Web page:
There are three individual narrative parts in the film: first, there is the story of a widow and her daughter in their fight to a ruthless exploitation of the capitals; also, the second narrative depicts an old mother losing her son due to landlord's inhuman exploitation; finally a girl sings a song that tells how cruel the Japanese invader was when they marched in her home in the northeast. It is not hard to find the similarities in these stories. Women are all victims, but not the direct victims of feudal society because, although they do not show up, their passing husbands and sons are. So there are two kinds of victims: the men who die in the fight and the women left in mourning. Director Wang chooses the women to be the narrators,  in such way she highlights how these evil capitalists and invaders ruin China in a more profound sense -- they are not only killing the men but also destroying the families, the fundamental units for the country. Also, the focalization in women helps to arouse empathy in audiences, especially in the form of musical in which songs and actions convey the introvert feelings to others; [delete “and”] it is quite similar to melodrama, which also focuses on the women's emotional storytelling. In all, these applications work together as a strike in audiences' emotion, and as a woman director, Wang echoes  these images and identities so profoundly that the storytelling is fluent and natural.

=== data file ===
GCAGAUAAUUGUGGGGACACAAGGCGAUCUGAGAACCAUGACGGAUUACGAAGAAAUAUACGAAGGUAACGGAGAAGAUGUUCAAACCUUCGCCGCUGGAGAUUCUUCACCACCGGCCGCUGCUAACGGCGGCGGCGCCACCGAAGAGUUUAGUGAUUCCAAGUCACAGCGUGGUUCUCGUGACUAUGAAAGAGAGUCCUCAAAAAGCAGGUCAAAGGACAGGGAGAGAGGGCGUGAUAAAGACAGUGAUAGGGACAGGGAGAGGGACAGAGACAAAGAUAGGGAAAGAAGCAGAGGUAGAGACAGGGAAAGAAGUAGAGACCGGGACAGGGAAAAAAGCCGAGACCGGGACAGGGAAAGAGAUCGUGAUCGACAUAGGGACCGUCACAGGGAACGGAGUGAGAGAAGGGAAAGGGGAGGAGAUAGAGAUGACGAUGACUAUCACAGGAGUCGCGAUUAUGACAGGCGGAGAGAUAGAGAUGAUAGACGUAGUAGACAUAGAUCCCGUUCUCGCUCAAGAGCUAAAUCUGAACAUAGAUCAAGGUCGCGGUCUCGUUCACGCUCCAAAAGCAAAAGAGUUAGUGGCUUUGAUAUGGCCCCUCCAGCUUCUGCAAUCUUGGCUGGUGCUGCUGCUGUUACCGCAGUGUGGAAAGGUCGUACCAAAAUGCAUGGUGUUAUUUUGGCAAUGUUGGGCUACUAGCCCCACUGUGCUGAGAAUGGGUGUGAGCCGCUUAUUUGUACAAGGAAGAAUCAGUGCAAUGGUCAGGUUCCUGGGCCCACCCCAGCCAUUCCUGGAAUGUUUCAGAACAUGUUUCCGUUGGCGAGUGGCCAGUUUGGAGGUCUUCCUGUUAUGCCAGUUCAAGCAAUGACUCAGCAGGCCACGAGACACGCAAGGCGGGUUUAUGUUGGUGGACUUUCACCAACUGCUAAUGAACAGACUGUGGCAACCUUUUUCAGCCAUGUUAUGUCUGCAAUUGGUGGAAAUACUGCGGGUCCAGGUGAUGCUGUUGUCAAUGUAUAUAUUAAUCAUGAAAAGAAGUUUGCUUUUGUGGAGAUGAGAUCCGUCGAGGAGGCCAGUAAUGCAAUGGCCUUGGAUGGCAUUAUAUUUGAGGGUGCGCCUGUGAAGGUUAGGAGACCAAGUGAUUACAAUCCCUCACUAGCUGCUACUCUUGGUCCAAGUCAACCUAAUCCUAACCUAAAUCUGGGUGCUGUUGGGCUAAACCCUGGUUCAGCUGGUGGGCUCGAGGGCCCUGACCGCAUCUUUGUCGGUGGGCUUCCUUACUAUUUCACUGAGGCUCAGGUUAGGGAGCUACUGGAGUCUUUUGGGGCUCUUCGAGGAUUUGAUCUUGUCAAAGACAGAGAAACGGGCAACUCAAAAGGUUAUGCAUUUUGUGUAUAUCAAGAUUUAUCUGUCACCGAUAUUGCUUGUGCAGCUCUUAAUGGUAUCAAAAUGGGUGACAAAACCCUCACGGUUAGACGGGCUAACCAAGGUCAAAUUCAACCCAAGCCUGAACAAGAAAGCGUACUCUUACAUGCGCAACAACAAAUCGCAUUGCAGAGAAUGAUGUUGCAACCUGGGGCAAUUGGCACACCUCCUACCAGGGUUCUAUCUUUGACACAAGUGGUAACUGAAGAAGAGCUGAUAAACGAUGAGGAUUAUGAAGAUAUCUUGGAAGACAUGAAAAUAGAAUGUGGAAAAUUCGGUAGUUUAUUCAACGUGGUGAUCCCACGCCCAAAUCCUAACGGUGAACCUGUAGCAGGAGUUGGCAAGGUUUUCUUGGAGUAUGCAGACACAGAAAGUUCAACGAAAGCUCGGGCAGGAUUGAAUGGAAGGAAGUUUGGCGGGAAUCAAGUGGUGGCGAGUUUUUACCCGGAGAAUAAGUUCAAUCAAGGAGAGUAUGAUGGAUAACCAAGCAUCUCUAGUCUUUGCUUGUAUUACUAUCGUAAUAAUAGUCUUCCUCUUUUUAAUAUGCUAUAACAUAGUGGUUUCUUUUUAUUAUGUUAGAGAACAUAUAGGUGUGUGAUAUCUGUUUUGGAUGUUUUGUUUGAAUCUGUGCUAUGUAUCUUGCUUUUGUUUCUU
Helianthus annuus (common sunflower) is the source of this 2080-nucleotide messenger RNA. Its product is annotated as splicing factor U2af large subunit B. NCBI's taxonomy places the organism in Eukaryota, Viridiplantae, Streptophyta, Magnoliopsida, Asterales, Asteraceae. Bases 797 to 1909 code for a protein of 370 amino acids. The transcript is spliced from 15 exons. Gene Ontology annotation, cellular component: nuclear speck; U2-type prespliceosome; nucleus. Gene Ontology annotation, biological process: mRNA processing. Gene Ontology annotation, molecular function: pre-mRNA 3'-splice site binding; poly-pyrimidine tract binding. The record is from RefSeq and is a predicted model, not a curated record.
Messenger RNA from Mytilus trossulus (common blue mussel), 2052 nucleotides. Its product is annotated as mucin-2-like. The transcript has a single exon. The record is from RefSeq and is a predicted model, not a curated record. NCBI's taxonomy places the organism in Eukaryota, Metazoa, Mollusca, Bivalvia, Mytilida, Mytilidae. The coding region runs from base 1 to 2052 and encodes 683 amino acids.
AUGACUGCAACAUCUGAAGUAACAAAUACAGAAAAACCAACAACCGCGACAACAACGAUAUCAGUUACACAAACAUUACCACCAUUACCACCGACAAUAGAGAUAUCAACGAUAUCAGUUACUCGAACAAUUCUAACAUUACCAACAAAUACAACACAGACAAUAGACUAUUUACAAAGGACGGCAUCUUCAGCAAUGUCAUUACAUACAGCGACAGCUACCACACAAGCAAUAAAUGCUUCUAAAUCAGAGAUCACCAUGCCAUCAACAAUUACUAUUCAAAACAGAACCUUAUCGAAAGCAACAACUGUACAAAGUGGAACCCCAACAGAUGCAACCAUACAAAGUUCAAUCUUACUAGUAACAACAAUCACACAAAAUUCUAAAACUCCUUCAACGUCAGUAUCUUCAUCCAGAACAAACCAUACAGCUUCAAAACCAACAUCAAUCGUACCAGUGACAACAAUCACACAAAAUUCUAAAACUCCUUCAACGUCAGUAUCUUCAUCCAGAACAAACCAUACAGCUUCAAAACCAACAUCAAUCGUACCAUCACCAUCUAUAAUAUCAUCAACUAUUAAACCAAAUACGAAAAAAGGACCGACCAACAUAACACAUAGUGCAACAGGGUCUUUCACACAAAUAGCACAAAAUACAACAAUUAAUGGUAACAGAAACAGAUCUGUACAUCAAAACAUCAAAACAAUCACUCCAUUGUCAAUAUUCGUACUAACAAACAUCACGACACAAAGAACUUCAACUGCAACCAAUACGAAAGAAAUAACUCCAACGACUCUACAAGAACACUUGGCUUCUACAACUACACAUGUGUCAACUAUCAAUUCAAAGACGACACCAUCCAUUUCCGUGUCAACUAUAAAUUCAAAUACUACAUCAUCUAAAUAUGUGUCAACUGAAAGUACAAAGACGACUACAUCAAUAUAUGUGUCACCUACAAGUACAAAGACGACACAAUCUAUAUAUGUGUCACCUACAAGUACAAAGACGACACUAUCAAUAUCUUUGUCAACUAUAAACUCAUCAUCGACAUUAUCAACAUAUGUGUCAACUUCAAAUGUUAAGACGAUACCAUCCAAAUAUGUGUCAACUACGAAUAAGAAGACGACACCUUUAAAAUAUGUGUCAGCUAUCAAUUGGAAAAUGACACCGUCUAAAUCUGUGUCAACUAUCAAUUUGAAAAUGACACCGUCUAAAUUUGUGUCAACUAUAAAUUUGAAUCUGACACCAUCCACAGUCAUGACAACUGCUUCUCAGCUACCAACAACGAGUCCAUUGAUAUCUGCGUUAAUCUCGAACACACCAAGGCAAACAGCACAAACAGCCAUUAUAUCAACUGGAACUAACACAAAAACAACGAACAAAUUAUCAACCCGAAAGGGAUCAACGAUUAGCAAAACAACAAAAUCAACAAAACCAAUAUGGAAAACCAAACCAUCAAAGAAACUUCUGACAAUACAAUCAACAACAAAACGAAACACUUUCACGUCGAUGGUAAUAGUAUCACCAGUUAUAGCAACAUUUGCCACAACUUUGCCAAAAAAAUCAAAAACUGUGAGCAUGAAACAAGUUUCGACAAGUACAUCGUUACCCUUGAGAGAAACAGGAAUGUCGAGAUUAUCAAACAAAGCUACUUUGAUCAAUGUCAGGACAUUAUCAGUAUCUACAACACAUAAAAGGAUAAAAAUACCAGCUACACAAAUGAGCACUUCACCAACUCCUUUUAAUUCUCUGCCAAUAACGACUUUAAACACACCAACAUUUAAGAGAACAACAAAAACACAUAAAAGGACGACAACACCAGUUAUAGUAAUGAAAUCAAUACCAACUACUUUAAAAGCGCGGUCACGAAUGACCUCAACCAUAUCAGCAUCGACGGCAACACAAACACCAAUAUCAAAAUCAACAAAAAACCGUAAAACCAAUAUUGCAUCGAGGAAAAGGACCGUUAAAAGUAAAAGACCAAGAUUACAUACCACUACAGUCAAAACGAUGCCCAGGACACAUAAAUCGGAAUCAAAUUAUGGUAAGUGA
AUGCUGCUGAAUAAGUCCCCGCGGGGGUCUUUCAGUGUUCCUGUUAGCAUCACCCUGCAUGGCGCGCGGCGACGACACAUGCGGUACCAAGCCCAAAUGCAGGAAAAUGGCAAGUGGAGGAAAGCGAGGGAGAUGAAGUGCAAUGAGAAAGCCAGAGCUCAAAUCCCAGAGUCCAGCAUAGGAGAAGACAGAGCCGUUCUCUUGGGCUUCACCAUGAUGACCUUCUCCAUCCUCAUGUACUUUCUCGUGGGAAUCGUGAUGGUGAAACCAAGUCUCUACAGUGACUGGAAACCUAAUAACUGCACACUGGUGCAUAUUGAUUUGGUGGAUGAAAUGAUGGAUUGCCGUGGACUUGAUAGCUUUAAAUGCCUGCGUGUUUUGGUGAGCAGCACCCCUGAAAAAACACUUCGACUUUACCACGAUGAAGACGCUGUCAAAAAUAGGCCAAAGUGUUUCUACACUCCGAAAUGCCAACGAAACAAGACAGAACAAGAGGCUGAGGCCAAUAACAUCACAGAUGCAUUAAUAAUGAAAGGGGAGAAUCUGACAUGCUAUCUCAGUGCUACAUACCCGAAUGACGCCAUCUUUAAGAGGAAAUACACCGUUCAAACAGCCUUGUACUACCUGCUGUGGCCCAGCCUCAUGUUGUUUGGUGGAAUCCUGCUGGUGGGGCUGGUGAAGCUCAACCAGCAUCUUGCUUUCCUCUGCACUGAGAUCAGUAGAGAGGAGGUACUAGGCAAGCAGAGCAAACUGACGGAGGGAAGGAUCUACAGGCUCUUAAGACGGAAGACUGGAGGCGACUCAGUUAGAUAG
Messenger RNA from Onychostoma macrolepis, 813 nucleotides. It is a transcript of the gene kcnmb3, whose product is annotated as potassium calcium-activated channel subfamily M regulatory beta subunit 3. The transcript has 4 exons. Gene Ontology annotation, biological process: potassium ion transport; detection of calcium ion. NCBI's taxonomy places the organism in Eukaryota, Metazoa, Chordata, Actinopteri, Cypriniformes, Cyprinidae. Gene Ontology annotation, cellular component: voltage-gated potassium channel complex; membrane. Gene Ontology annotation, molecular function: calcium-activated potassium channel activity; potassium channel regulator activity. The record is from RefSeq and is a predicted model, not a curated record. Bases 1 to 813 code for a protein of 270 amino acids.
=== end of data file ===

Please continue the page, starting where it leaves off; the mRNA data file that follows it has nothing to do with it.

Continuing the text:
Admittedly, the male images take up more than half of the screen, no matter in shot length or shot numbers, especially in the scenes when the Chinese army is fighting with enemies. However, this could be explained by the following reasons: one , the stage play was co-directed by 13 men directors in 1964, so they may not put their focus on the sexual equivalence in the first place; for another reason, the intention of the film is to help to propagate socialism in a public sphere, so it leaves little space for a woman director to fully present her idea. Just as Wang Lingzhen reckons, the socialist female authorship has no doctrine nor pattern in making films; the focus should be achieved on how they choose to present women in their production. In this sense, The East Is Red has indeed shown some shreds of evidence in offering the diversity and emotional struggles of women, thus attributing it to the socialist female authorship.